There are a lot of factors to consider when exploring your career. The Career Development Center (CDC) is here to help you think through your options.
Ways to Explore Career Options
Leverage your time as a student to try out or experiment with new industries, skills, and possible work contexts. Experiments can be brief, like a lecture series or workshop hosted by a professional about a topic of interest, or more in-depth, like a 12-week internship. Our career advisors can help you decide where to start.
Do research to get a bird’s eye view of an industry, which companies operate in that space, as well as what graduate programs, conferences, and trainings are relevant.
Check out the eclectic paths of NYU Abu Dhabi alumni in the Life Beyond Saadiyat reports or on LinkedIn. Explore what internships students have pursued by industry.
Review the work status requirements for different countries for internships as well as full-time work through Going Global or individual country immigration departments. Navigating your global mobility is a lifelong skill you can begin to develop in university.
Develop your sense of what it will take to be competitive in your field of interest by reviewing job descriptions for jobs you’d like to have in the future. Meet with a career advisor to evaluate your current skills as they relate to your goals and discuss a plan of action.
Look into possible job titles and expected growth for occupations in the United States or the UAE. If you’re considering a PhD, think ahead with Versatile PhD, a resource of STEM, humanities, and social science PhDs sharing non-academic career choices.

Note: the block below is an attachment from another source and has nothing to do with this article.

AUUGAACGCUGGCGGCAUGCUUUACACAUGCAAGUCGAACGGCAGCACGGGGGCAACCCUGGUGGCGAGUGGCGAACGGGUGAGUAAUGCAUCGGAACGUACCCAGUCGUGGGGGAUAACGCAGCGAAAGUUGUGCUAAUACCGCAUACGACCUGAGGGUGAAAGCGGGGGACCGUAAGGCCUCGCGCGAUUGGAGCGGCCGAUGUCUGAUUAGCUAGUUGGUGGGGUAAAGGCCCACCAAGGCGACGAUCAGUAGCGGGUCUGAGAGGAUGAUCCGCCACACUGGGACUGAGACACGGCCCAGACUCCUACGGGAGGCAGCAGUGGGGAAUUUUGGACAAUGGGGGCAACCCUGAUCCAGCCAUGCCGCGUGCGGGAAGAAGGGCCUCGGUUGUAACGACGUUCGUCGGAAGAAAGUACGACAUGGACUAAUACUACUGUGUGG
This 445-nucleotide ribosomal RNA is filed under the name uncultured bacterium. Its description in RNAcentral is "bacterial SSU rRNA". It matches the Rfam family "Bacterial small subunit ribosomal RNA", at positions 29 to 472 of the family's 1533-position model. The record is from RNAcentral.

Watch videos clips of real people talking honestly about their jobs with Candid Career. Reach out to professionals for information interviews to help build your industry knowledge. As an NYUAD student, you can attend our employer information sessions, which bring various employers to campus throughout the academic year.
If you sense that traditional employment or graduate school isn’t for you, talk to an advisor about the paths less traveled. Explore books like How to Work Your Way Around the World, Teaching English Overseas, Volunteer Vacations, You Majored in WHAT? or What Color is Your Parachute? These are all available in the Career Development Center (CDC) for current students to read.
Knowing your own preferences can help you understand your strengths, and the type of work environment and activities you might enjoy. Assessments can help develop a vocabulary for your skills and interests, which helps guide you in career-related decisions.
Myers-Briggs Type Indicator (MBTI)
Strong Interest Inventory
Skills and Values Checklist
The most widely used personality inventory in the world, the MBTI will provide you with insight about yourself in four areas:
How you energize and re-energize.
How you perceive and acquire information.
How you make decisions.
How you prefer to engage the world around you.
The career report of the MBTI provides occupational lists, showing the occupations most selected and least selected by your personality type.
The Strong Interest Inventory assessment is another widely respected and frequently used career planning tool. It can help with choosing a major because it helps identify interests and corresponding areas of study, and also ties interests to various occupations and careers.